The reason for locating the helpline in the provincial parliament was to collect data from women that would in turn bolster arguments for legislative changes. Khyber Pukhtunkhwa province is already behind on women’s right issues; lawmakers there have so far refused to pass an anti-domestic violence law that other provinces have approved.
Hard-line religious parties hold significant sway in Khyber Pukhtunkhwa. Jamaat-e-Islami and the Jamiat-e-Ulema Pakistan (whose madrassas or religious schools were favored by Afghanistan’s Taliban) are partners in the provincial coalition government.
The 22 women in the provincial parliament are there on quota seats reserved for women. No female candidate has been able to win a general election seat in the deeply conservative and tribal-dominated province.
Khan says she plans to run on a general seat in the 2018 elections, but she admits even those men who have championed and endorsed her candidacy have been met with skepticism and resistance.
“Everyone they talk to asks ‘That’s all well and good, but don’t you have any men who can run?'” she said. “It’s a humiliation for them to be represented by a woman. They think women don’t know anything about politics, about economics.”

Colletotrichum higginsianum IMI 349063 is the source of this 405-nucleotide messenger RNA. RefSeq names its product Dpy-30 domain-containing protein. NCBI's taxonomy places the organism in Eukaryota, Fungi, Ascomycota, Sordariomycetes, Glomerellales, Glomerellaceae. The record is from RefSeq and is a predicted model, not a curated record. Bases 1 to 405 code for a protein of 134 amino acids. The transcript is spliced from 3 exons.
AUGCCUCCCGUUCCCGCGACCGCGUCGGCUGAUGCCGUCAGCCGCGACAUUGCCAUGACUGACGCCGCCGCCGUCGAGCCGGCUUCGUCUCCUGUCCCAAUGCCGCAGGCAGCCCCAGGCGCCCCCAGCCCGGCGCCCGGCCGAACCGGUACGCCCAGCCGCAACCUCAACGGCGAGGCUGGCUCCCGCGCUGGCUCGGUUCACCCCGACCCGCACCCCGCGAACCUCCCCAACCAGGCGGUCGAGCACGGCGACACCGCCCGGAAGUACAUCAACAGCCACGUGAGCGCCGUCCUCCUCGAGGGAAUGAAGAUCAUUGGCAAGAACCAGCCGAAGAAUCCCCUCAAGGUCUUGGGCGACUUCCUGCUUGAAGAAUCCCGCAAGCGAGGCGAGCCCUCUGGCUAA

The chairperson of Pakistan’s Human Rights Commission, Zohra Yusuf, says different provinces are making progress on women’s issues at different paces. Southern Sindh is Pakistan’s most progressive province in terms of laws to safeguard women, she said. Earlier this month the most populous province, Punjab, opened state-of-the-art shelters for women facing abuse at home.
Last year Pakistan passed a bill that essentially closed a loophole which used to allow so-called honor killers to escape punishment.
Yusuf said that despite the legislative progress, on-the-ground enforcement of these new laws still remains a significant hurdle.
“I think the governments are realizing it’s about time something needs to be done,” she said in a telephone interview. “Laws were passed last year, the honor killing bill, rape, violence against women, but still it is about enforcement.”
In Pakistan it is difficult to even get the police to register a case of domestic violence, said Khan, who explained they often see it as a private family issue.
Durdana in Swat, whose family threatened to kill her if she met her husband of choice, was told to go to the police station and charge her parents with unlawful confinement or tell her husband to go to police to demand he be allowed to see her, said Naeem, the helpline lawyer.
That was March 6. Naeem has tried repeatedly to telephone Durdana on the number she gave but it is either turned off or rings unanswered. The dilemma, she says, when giving advice is that there is no way to know whether the police, for example, will help the women or hand them back to the family they are fleeing.
“We have to get the police, the justice system, the many government departments, on our side, working with us,” said Khan the founder of the helpline. “While all government departments agreed . . . we now need them to make good on their promises.”